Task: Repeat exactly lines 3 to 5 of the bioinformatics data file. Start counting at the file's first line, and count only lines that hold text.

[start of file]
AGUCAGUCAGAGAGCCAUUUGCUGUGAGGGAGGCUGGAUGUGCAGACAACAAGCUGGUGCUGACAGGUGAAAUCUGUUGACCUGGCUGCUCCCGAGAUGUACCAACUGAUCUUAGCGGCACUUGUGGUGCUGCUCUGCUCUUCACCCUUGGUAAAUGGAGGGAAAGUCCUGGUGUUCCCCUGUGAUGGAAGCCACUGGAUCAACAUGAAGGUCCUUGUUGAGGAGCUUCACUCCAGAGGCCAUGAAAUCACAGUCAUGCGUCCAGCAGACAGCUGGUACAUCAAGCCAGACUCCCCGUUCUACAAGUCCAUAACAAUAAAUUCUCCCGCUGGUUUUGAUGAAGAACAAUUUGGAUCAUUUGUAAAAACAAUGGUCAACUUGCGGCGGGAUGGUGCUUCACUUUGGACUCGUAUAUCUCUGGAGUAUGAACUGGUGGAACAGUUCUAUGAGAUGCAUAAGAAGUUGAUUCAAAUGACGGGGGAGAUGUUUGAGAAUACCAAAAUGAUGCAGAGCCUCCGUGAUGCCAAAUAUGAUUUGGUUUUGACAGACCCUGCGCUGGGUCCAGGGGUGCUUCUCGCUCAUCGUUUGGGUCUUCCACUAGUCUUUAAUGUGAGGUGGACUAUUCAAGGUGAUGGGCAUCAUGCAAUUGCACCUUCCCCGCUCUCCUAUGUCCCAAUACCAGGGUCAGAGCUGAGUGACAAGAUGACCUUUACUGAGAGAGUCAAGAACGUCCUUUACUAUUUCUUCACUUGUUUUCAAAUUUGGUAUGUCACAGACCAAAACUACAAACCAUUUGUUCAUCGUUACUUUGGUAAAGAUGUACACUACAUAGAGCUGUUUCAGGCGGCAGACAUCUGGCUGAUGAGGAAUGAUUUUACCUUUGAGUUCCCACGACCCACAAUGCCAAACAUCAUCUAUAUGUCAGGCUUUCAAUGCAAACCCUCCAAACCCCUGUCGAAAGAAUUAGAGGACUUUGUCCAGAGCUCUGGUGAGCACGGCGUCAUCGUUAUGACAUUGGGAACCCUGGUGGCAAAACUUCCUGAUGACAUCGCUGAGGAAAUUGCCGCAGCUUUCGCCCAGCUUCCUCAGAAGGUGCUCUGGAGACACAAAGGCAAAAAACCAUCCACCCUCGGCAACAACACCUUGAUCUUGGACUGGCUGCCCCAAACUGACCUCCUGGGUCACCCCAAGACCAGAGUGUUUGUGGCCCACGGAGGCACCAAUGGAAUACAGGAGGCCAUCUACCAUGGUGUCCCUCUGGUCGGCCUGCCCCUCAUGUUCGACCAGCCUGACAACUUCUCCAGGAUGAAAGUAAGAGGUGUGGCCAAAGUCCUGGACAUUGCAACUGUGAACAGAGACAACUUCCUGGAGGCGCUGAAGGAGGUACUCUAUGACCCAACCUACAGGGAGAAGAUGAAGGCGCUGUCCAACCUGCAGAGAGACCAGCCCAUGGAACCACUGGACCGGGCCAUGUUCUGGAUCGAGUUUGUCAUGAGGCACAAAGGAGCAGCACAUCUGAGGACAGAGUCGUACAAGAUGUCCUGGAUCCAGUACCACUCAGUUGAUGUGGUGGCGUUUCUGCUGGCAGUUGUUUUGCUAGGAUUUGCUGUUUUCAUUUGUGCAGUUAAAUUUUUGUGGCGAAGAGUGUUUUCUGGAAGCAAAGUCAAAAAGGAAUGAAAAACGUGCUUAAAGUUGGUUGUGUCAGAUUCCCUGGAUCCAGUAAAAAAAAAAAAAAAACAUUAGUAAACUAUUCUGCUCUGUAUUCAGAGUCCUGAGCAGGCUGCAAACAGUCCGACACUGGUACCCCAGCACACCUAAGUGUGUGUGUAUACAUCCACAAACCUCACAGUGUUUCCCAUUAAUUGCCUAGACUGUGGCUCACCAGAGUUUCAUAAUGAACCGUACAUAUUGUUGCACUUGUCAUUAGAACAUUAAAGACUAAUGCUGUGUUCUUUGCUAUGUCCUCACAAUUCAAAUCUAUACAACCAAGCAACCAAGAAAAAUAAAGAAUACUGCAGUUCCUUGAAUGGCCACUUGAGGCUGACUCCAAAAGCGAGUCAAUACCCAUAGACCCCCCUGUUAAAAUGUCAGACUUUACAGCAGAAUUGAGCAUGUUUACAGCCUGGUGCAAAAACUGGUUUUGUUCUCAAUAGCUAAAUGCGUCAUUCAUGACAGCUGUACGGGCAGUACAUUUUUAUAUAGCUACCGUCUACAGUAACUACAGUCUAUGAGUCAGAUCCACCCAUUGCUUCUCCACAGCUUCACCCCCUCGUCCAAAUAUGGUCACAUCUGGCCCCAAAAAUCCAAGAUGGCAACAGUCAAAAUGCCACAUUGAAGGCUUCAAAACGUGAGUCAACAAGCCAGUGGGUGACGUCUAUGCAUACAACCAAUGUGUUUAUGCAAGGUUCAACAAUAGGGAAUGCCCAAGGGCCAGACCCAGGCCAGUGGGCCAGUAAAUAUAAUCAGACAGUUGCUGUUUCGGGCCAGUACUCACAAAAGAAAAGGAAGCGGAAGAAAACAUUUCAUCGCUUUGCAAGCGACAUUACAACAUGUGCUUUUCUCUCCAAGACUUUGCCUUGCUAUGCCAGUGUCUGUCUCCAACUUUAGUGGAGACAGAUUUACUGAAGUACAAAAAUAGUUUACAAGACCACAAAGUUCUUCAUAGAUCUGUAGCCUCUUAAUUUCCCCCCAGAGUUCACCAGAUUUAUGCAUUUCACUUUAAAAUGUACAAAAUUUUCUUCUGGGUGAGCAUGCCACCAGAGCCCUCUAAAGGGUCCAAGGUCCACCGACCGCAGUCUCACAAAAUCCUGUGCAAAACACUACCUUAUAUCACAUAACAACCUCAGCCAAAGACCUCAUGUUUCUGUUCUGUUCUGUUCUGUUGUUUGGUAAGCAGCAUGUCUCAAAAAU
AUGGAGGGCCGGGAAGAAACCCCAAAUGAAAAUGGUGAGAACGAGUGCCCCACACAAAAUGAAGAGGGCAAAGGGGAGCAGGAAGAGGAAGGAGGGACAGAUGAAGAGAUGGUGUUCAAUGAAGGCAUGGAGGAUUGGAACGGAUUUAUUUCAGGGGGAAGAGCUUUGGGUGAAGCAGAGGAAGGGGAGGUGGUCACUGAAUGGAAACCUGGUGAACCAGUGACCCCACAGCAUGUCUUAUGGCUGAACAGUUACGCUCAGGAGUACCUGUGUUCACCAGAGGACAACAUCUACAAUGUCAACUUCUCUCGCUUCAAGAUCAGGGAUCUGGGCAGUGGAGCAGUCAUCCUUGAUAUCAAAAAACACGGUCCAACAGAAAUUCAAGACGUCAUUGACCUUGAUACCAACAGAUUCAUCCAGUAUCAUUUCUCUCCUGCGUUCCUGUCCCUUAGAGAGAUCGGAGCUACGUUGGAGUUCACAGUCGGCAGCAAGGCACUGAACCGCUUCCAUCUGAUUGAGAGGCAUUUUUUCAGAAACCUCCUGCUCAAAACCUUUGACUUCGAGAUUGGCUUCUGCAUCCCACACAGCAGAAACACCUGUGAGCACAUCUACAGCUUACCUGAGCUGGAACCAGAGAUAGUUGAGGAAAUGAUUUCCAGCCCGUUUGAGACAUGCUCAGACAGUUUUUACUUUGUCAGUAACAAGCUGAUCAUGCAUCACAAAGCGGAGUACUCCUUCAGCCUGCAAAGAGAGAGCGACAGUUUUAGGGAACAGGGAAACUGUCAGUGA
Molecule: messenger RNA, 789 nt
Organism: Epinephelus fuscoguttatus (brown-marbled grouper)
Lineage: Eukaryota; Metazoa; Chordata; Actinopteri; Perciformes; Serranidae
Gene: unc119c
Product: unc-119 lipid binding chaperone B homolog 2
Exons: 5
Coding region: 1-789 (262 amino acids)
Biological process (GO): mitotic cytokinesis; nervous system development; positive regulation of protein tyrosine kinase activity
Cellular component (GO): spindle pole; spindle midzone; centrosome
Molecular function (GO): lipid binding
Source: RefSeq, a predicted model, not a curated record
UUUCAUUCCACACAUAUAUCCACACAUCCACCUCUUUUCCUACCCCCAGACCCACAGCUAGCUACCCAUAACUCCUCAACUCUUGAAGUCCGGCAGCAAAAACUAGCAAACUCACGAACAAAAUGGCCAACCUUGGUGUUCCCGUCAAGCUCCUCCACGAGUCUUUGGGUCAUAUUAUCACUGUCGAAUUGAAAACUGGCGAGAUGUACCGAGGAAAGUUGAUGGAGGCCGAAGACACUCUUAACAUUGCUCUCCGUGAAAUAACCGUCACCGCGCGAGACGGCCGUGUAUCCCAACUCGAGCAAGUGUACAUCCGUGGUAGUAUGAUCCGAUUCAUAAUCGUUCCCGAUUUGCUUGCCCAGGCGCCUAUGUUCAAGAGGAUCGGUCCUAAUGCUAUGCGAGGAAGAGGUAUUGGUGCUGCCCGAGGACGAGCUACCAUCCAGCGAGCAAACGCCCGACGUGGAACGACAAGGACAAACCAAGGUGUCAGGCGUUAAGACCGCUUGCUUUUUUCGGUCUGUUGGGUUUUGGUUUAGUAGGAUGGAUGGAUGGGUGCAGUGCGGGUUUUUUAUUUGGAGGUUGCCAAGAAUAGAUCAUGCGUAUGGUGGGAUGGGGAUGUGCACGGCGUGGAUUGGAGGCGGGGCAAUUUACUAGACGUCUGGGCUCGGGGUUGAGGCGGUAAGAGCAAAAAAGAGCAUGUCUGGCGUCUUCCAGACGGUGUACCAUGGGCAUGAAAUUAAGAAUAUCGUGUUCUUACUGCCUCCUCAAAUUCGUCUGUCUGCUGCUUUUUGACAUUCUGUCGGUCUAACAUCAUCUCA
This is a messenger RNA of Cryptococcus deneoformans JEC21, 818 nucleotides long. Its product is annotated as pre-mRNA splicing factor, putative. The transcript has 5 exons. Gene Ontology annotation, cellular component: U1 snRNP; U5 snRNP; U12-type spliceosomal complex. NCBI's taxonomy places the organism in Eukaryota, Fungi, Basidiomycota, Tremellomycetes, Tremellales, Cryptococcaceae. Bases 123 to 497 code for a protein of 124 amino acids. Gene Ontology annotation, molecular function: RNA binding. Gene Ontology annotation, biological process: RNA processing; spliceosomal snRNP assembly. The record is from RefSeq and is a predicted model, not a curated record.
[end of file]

Molecule: messenger RNA, 789 nt
Organism: Epinephelus fuscoguttatus (brown-marbled grouper)
Lineage: Eukaryota; Metazoa; Chordata; Actinopteri; Perciformes; Serranidae